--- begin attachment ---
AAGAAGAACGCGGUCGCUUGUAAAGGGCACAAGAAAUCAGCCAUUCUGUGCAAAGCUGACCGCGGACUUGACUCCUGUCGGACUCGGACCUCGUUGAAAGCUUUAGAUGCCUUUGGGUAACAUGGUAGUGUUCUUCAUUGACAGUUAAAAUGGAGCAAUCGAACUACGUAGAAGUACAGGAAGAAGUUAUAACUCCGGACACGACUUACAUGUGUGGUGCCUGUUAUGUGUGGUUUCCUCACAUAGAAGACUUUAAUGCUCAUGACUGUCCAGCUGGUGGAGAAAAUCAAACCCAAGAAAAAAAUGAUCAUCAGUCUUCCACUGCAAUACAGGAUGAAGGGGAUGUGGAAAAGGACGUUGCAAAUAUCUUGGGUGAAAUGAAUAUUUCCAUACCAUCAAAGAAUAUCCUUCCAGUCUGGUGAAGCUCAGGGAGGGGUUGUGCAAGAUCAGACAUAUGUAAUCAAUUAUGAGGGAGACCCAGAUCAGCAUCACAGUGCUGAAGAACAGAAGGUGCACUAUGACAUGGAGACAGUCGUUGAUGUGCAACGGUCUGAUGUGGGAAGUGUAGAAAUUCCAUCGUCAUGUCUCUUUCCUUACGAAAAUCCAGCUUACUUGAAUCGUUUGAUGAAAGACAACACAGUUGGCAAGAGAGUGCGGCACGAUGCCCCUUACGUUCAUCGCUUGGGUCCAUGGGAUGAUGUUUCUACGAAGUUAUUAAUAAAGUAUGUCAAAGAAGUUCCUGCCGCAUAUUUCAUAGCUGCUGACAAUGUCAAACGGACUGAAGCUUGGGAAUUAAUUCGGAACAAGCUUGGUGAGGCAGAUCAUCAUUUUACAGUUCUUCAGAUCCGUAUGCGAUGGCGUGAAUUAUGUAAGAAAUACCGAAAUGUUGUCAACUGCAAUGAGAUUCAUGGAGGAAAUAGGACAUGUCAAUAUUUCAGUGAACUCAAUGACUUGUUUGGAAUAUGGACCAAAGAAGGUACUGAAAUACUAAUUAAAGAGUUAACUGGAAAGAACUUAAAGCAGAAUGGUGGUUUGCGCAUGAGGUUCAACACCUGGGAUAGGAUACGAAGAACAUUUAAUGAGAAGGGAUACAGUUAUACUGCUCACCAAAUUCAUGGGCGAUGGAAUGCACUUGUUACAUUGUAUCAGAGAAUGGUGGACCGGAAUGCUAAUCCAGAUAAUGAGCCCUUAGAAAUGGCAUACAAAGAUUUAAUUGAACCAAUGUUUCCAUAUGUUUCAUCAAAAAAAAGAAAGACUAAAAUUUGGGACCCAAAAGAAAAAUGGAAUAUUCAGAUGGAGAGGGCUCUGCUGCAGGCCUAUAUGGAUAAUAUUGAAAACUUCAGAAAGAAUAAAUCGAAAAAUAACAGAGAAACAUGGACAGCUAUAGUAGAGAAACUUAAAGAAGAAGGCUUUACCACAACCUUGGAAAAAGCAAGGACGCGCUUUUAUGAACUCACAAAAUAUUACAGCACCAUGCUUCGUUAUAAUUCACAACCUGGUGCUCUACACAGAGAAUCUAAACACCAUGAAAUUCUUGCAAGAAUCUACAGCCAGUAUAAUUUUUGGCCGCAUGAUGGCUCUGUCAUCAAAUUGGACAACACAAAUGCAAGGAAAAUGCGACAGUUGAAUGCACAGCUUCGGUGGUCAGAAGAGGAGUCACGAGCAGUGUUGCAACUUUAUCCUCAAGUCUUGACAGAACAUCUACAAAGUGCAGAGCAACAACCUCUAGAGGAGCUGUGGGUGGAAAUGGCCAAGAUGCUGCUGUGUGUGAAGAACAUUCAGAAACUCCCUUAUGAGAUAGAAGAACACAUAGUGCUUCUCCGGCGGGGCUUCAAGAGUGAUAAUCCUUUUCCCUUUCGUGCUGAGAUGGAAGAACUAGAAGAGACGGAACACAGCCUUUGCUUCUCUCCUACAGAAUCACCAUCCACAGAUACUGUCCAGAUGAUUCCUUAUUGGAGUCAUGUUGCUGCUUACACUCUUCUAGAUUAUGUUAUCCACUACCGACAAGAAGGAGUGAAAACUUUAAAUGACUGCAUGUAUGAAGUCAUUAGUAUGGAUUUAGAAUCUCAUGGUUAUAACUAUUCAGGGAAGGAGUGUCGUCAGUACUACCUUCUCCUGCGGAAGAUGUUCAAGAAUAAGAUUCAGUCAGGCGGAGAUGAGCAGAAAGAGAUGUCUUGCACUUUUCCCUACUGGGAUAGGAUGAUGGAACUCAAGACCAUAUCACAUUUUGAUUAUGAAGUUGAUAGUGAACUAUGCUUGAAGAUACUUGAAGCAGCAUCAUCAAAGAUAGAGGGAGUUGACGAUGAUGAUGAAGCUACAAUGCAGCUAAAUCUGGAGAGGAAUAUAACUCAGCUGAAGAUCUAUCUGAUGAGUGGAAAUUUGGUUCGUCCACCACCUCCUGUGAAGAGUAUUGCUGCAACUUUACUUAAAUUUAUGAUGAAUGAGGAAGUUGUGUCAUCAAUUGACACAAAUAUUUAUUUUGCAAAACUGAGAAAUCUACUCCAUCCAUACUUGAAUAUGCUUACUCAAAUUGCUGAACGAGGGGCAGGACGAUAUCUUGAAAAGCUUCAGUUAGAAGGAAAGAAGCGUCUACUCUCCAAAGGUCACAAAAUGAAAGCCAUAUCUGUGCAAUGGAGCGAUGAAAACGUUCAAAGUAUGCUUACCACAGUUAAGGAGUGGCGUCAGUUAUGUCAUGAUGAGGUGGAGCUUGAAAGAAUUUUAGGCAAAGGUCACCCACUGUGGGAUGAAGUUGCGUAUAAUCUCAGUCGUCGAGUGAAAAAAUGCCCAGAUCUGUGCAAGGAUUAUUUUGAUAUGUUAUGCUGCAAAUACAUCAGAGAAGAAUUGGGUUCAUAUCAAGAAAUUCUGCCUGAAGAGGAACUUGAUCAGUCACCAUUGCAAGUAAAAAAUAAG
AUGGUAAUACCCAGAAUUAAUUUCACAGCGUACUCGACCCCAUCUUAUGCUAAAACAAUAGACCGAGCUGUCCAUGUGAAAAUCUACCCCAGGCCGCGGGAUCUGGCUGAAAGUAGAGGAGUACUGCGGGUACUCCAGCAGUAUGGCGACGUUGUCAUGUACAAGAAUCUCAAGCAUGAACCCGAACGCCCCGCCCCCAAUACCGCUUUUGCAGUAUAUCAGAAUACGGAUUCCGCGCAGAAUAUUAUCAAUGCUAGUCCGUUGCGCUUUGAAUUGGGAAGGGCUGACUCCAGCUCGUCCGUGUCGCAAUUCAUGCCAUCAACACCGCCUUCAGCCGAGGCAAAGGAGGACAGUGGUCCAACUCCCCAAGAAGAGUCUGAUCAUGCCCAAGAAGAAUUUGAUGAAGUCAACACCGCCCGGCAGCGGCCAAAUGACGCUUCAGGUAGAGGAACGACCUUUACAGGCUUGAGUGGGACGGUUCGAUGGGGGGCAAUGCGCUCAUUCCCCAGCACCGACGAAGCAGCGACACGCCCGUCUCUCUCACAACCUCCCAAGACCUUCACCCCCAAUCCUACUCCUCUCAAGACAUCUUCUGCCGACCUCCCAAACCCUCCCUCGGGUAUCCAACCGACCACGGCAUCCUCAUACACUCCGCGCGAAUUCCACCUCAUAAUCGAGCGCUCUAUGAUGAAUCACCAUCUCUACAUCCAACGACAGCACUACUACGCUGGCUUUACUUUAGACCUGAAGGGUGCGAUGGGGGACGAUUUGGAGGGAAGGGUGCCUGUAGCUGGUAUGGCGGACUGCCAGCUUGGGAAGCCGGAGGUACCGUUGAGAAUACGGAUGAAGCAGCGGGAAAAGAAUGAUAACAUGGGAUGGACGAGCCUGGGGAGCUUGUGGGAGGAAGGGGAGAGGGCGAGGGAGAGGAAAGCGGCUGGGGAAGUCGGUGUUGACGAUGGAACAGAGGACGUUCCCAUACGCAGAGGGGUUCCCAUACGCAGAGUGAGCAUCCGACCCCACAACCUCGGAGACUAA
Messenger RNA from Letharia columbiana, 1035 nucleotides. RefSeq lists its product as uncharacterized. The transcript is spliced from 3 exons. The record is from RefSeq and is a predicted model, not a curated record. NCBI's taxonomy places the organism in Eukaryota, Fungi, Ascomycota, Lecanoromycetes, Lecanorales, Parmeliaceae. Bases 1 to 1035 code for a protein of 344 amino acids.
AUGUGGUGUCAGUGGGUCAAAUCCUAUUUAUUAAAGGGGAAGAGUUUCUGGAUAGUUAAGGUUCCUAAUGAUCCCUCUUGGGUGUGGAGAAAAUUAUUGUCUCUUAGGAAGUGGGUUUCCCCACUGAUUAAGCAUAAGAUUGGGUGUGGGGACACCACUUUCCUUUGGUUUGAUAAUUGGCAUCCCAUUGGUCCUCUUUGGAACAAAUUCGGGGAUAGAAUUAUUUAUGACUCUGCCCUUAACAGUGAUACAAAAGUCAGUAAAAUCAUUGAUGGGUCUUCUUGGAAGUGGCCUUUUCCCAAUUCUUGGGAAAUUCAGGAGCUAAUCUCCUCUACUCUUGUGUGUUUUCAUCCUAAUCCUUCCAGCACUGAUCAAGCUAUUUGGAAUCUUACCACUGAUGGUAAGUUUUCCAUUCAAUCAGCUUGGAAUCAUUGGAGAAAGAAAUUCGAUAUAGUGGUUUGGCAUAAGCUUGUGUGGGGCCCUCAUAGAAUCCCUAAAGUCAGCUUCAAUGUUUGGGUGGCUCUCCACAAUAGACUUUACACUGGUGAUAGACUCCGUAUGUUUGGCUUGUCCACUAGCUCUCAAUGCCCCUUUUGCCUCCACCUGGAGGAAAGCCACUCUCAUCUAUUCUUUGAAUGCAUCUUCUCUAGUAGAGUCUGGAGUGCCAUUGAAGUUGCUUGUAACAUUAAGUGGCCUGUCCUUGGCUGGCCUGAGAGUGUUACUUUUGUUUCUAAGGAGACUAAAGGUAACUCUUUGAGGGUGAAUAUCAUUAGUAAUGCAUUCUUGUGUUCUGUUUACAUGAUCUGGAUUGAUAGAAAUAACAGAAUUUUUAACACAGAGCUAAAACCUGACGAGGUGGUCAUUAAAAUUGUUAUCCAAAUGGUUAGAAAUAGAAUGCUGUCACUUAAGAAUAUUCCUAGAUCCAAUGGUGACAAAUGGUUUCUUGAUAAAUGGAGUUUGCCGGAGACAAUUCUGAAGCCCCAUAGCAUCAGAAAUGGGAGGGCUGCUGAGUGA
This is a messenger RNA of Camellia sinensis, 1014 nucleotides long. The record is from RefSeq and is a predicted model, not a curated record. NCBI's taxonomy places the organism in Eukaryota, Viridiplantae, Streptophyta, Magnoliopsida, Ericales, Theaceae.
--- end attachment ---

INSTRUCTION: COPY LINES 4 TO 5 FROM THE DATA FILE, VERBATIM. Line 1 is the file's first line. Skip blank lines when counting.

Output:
AUGUGGUGUCAGUGGGUCAAAUCCUAUUUAUUAAAGGGGAAGAGUUUCUGGAUAGUUAAGGUUCCUAAUGAUCCCUCUUGGGUGUGGAGAAAAUUAUUGUCUCUUAGGAAGUGGGUUUCCCCACUGAUUAAGCAUAAGAUUGGGUGUGGGGACACCACUUUCCUUUGGUUUGAUAAUUGGCAUCCCAUUGGUCCUCUUUGGAACAAAUUCGGGGAUAGAAUUAUUUAUGACUCUGCCCUUAACAGUGAUACAAAAGUCAGUAAAAUCAUUGAUGGGUCUUCUUGGAAGUGGCCUUUUCCCAAUUCUUGGGAAAUUCAGGAGCUAAUCUCCUCUACUCUUGUGUGUUUUCAUCCUAAUCCUUCCAGCACUGAUCAAGCUAUUUGGAAUCUUACCACUGAUGGUAAGUUUUCCAUUCAAUCAGCUUGGAAUCAUUGGAGAAAGAAAUUCGAUAUAGUGGUUUGGCAUAAGCUUGUGUGGGGCCCUCAUAGAAUCCCUAAAGUCAGCUUCAAUGUUUGGGUGGCUCUCCACAAUAGACUUUACACUGGUGAUAGACUCCGUAUGUUUGGCUUGUCCACUAGCUCUCAAUGCCCCUUUUGCCUCCACCUGGAGGAAAGCCACUCUCAUCUAUUCUUUGAAUGCAUCUUCUCUAGUAGAGUCUGGAGUGCCAUUGAAGUUGCUUGUAACAUUAAGUGGCCUGUCCUUGGCUGGCCUGAGAGUGUUACUUUUGUUUCUAAGGAGACUAAAGGUAACUCUUUGAGGGUGAAUAUCAUUAGUAAUGCAUUCUUGUGUUCUGUUUACAUGAUCUGGAUUGAUAGAAAUAACAGAAUUUUUAACACAGAGCUAAAACCUGACGAGGUGGUCAUUAAAAUUGUUAUCCAAAUGGUUAGAAAUAGAAUGCUGUCACUUAAGAAUAUUCCUAGAUCCAAUGGUGACAAAUGGUUUCUUGAUAAAUGGAGUUUGCCGGAGACAAUUCUGAAGCCCCAUAGCAUCAGAAAUGGGAGGGCUGCUGAGUGA
This is a messenger RNA of Camellia sinensis, 1014 nucleotides long. The record is from RefSeq and is a predicted model, not a curated record. NCBI's taxonomy places the organism in Eukaryota, Viridiplantae, Streptophyta, Magnoliopsida, Ericales, Theaceae.